Library Blog

Helen Keller Day

Helen Keller Day

Sunday, June 27th is Helen Keller Day. On her birthday, we celebrate the life and achievements of this remarkable activist and advocate.

Helen Keller was born on June 27, 1880, in Tuscumbia, Alabama. At the young age of nineteen months, she became very sick, most likely from what we know today was either meningitis or scarlet fever, which then caused her to become blind and deaf. With limited language, she became unruly, what some would call “wild.” Her parents were told to institutionalize her.  

It wasn’t until Anne Sullivan, a visually-impaired person herself and a recent graduate of the Perkins School for the Blind, came to Helen and brought with her the gift of language. Helen and Anne remained side by side for 49 years. Their bond can only be described as incredible.  

Anne helped Helen become the first Deaf person to graduate from college in 1904, when she attended Radcliffe College. Anne meticulously interpreted the lectures and texts. Later, Anne and her husband helped Helen write her first book The Story of My Life in 1905. Helen became a strong advocate for those with disabilities. Through her drive she met many famous people; one such person was Mark Twain.  

Helen went on to become very involved in political issues. In 1915, she co-founded Helen Keller International, with the mission to combat blindness and malnutrition. She testified before Congress to try and improve the lives of those with disabilities, but also to improve welfare of blind individuals. In 1920, she helped establish the American Civil Liberties Union, or the ACLU. In 1946, she was appointed as counselor of international relations for the American Foundation of Overseas Blind. She traveled to 35 different countries on five continents between 1946-1957.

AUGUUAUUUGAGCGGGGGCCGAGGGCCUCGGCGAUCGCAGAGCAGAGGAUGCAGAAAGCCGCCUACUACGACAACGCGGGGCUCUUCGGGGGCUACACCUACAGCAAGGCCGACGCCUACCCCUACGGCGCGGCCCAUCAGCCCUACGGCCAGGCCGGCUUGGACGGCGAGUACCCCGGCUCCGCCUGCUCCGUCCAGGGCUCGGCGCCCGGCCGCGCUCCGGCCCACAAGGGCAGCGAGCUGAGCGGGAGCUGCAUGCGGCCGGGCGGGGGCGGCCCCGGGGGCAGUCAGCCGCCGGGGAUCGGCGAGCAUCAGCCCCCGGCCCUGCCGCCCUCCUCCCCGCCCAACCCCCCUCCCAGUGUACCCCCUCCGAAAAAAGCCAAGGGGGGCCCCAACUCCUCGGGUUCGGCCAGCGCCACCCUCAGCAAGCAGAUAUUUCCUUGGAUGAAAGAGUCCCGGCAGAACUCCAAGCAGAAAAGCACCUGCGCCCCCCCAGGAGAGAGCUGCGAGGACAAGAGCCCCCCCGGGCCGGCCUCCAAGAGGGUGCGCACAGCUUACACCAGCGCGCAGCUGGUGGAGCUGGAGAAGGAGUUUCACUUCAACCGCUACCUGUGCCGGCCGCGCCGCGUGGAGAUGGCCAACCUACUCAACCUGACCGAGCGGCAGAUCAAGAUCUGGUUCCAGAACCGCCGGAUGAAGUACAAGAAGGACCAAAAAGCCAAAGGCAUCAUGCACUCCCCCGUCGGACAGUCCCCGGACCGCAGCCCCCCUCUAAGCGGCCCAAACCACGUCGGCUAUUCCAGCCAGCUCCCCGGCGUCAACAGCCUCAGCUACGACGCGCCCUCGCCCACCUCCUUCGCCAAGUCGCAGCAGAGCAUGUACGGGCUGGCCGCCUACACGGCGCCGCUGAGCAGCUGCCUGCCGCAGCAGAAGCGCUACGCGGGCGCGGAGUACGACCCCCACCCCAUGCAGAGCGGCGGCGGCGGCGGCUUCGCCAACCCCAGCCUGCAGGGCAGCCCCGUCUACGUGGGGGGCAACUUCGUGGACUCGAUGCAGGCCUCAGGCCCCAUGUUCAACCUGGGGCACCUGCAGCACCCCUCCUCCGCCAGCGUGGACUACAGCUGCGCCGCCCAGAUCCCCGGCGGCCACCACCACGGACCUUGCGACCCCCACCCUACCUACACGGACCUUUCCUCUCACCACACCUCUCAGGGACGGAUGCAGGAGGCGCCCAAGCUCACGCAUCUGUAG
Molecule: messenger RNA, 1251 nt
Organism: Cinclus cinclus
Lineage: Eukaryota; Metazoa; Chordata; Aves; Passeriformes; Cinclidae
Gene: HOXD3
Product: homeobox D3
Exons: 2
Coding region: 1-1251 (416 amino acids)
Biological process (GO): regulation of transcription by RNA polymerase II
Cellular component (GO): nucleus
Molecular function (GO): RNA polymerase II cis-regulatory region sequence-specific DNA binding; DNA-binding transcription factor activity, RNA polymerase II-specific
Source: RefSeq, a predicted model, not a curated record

Helen Keller passed away in her sleep on June 1, 1968, just a few weeks shy of turning 88. Previously, she had suffered several strokes. Throughout her life, she proved she was a determined, hardworking, and passionate person. All these traits led to her being recognized and awarded several awards as well as honorary doctoral degrees. One such accomplishment is the Theodore Roosevelt Distinguished Service Medal in 1936. A few other awards are the Presidential Medal of Freedom in 1964 and election to the Women’s Hall of Fame in 1965. To think, at the age of six and being this wild, unruly child, she would grow and become a world-renowned activist for the furtherance of others. 

Check out this Bibliocommons book list for titles to learn more about Helen Keller.  


Jenni Hemphill is the current Assistant Supervisor for the Boardman, Springfield, and Greenford locations. She earned her Bachelor’s degree in Deaf Education (K-12) in 2001 and a Master’s of Library and Information Science plus K-12 degree in 2015, both from Kent State University. She taught at the Ohio School for the Deaf for ten years, where she taught all ages, and has been a contract interpreter for the deaf locally.

She started at PLYMC back in 2014 and loves helping patrons, of any age, find their next best read, and going out into the community to schools for off-site programming. She currently runs the ASL Club Program for PLYMC.

Her and her husband have two children, who attend Springfield Local Schools. She loves to read, spend time with family, and trying new things.